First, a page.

They indescriminatly killed hundreds of civilians. They killed a group of young soldiers who had been on a charity fun run, they blew up people at a rememberance service, they kneecapped old men and beat up anyone in the way.

    The IRA are scum and they, along with their supporters, should be shot.
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    (Original post by Varsity)
    A tiny minority using fear and crime to fund a terror campaign often targeted at their own people and civilians are nothing more than cowards.
    Again a non irish perspective, do you know how this group benefitted the people in my village by protecting us from the cowardly brits. And never did they target the irish, don't comment false accusations.
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    (Original post by flugelr)
    The IRA were abused?

    They indescriminatly killed hundreds of civilians. They killed a group of young soldiers who had been on a charity fun run, they blew up people at a rememberance service, they kneecapped old men and beat up anyone in the way.

    The IRA are scum and they, along with their supporters, should be shot.
    Maybe i should be shot then. But how about what the british did? The oppression they showed was this just?
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    (Original post by gozatron)
    Again a non irish perspective, do you know how this group benefitted the people in my village by protecting us from the cowardly brits. And never did they target the irish, don't comment false accusations.
    Stop accusing everybody else of having a pro-Brit anti-Irish bias when you clearly have exactly the opposite point of view. If you can't debate this objectively yourself then don't expect it of others.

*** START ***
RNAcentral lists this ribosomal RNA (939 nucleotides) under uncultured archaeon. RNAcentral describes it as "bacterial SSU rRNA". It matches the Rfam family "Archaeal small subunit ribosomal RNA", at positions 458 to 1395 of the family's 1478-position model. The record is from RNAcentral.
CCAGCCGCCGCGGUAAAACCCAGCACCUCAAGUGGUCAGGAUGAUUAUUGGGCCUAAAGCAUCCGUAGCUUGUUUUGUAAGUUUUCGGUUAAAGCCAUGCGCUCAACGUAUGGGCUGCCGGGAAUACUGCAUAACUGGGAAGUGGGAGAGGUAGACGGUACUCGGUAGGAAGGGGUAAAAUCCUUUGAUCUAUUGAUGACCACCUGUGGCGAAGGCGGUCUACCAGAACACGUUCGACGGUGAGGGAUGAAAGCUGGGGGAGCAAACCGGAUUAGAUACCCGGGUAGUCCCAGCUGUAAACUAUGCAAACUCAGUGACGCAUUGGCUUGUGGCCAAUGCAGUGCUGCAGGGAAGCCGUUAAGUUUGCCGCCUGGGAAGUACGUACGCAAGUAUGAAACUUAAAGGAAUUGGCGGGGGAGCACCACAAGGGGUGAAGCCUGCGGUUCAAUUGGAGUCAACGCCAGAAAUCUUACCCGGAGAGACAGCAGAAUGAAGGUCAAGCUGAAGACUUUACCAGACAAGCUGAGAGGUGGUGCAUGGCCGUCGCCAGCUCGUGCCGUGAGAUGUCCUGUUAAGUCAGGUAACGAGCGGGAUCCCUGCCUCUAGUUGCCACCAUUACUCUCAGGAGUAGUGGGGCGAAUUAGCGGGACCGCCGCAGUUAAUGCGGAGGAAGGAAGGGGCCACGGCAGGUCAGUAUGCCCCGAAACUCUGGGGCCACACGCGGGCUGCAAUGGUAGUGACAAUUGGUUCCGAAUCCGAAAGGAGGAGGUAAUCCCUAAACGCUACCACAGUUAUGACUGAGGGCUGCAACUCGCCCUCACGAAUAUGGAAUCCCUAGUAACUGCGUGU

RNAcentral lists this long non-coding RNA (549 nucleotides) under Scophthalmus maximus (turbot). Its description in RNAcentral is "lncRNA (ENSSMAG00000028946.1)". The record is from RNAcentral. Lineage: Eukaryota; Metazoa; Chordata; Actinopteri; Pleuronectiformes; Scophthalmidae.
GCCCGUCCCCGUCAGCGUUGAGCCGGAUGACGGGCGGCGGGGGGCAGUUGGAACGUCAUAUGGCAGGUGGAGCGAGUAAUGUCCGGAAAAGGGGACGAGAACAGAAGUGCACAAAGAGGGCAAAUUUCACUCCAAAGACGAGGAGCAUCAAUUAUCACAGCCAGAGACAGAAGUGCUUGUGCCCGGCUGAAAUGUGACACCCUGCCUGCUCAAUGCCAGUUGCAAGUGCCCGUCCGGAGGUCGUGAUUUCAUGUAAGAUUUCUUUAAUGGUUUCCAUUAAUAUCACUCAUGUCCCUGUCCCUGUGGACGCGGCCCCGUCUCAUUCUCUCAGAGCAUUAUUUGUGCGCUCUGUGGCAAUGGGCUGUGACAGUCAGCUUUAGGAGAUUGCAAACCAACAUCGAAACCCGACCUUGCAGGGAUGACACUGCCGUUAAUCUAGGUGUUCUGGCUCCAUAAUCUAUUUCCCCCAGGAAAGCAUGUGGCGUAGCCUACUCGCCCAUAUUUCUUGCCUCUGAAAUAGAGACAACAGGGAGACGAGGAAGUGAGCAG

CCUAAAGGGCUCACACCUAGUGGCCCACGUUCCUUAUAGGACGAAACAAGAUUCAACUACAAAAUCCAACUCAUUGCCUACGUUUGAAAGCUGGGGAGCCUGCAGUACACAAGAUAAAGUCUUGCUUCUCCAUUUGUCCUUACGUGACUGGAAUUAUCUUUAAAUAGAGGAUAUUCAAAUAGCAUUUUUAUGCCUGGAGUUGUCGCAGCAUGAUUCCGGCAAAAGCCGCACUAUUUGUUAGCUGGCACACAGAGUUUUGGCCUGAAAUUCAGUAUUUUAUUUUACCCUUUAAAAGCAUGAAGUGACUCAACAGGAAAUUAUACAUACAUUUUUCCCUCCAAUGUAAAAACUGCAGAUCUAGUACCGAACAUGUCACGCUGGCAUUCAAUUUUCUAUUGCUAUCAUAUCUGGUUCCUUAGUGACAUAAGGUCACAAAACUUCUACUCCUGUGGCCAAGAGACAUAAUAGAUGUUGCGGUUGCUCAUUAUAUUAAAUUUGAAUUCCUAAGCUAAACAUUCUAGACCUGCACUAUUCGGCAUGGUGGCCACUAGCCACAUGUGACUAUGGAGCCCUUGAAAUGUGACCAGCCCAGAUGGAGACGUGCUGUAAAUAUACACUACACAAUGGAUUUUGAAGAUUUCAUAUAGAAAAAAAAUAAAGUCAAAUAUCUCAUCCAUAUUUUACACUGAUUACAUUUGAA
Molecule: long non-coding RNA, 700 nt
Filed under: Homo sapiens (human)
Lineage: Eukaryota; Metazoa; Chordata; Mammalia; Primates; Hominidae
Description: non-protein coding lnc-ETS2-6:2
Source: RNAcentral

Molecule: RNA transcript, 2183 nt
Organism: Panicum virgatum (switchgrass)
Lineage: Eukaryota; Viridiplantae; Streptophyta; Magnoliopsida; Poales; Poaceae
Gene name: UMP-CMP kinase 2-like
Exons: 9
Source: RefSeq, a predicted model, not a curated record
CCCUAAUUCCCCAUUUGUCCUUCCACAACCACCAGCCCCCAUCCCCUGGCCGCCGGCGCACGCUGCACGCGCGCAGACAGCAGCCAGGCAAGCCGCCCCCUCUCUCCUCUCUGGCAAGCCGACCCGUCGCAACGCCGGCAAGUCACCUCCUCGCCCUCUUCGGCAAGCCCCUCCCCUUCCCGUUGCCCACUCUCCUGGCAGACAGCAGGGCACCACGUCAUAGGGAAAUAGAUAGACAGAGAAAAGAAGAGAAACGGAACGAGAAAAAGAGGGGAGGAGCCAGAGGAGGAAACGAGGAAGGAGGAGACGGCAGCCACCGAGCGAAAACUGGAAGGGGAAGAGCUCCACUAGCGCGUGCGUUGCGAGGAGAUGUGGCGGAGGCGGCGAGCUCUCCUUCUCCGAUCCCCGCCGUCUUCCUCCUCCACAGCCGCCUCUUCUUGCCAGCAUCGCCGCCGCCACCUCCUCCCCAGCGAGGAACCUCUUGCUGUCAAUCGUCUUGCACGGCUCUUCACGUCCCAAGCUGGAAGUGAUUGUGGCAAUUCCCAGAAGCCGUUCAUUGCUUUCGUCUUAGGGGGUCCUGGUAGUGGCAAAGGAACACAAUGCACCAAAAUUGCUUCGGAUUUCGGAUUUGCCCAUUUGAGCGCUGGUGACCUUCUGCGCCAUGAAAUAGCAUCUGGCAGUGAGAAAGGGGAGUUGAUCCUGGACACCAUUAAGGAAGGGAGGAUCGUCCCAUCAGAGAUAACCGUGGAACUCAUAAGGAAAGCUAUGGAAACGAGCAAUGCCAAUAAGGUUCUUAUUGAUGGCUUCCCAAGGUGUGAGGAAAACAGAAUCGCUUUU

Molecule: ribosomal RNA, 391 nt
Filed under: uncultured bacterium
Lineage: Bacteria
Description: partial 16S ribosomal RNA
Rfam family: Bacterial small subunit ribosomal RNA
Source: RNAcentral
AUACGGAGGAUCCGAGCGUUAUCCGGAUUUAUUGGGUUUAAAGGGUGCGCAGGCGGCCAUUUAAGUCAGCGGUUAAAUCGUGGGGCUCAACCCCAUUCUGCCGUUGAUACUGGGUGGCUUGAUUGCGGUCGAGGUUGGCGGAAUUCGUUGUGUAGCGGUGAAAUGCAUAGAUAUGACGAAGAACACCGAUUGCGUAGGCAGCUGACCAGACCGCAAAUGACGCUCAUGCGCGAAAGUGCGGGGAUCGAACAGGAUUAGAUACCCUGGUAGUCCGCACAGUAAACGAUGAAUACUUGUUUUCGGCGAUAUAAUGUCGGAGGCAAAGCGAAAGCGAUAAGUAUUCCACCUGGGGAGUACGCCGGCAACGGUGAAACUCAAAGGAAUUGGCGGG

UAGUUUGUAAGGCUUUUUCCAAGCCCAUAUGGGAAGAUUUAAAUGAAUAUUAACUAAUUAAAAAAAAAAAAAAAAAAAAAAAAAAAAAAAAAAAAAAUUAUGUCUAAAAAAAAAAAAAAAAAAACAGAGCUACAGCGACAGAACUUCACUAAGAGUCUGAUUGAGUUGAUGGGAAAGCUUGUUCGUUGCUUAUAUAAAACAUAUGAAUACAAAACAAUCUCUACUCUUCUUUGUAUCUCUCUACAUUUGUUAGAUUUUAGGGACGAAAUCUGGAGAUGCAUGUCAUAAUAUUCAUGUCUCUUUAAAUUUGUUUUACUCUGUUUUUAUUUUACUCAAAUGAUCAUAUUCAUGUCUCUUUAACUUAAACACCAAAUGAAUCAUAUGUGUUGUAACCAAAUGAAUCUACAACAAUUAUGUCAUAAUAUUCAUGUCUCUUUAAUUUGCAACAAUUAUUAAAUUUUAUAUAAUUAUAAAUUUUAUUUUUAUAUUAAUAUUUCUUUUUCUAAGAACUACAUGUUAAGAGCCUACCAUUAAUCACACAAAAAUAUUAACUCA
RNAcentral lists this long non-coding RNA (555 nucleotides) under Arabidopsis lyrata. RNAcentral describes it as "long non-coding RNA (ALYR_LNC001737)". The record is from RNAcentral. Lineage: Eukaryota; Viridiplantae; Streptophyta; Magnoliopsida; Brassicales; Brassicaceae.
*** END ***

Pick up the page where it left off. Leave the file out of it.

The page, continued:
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    (Original post by gozatron)
    Maybe i should be shot then.
    No. You've already been punished enough by having to live in Luton.

    Let me guess. You're Irish and you live in Luton. Leagrave? The Ring?
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    (Original post by gozatron)
    Again a non irish perspective, do you know how this group benefitted the people in my village by protecting us from the cowardly brits. And never did they target the irish, don't comment false accusations.
    Cowardly?

    Who was it that didn't wear a uniform?

    Who was it that nail bombed innocent people?

    Who was it that hid behind innocent people when it was payback time?

    Cowardly, LOL. The IRA are the ones who would never dare challenge the British Army or the Territorials on open ground. They never dared open combat with the British Army. Why? Because they were cowards, and they were willing to kill for their beliefs but not die for them. At least the Taliban engage us on open ground!

    If you think Britain 'oppressed' Ireland then you have no idea what oppression is. Now please, piss off.
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    (Original post by Bagration)
    Cowardly?

    Who was it that didn't wear a uniform?

    Who was it that nail bombed innocent people?

    Who was it that hid behind innocent people when it was payback time?

    Cowardly, LOL. The IRA are the ones who would never dare challenge the British Army or the Territorials on open ground. They never dared open combat with the British Army. Why? Because they were cowards, and they were willing to kill for their beliefs but not die for them. At least the Taliban engage us on open ground!

    If you think Britain 'oppressed' Ireland then you have no idea what oppression is. Now please, piss off.
    Who was it that shot 14 civilians on Bloody Sunday?

    Not dying for their beliefs? Just tell that to the families of the ten hunger strikers.
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    (Original post by AndyK67)
    Who was it that shot 14 civilians on Bloody Sunday?

    Not dying for their beliefs? Just tell that to the families of the ten hunger strikers.
    There is a difference between a military accident and a prolonged campaign of violence against civilian targets.

    Wow, ok, so because people hunger striked that clearly means that the IRA were not cowards. Whatever.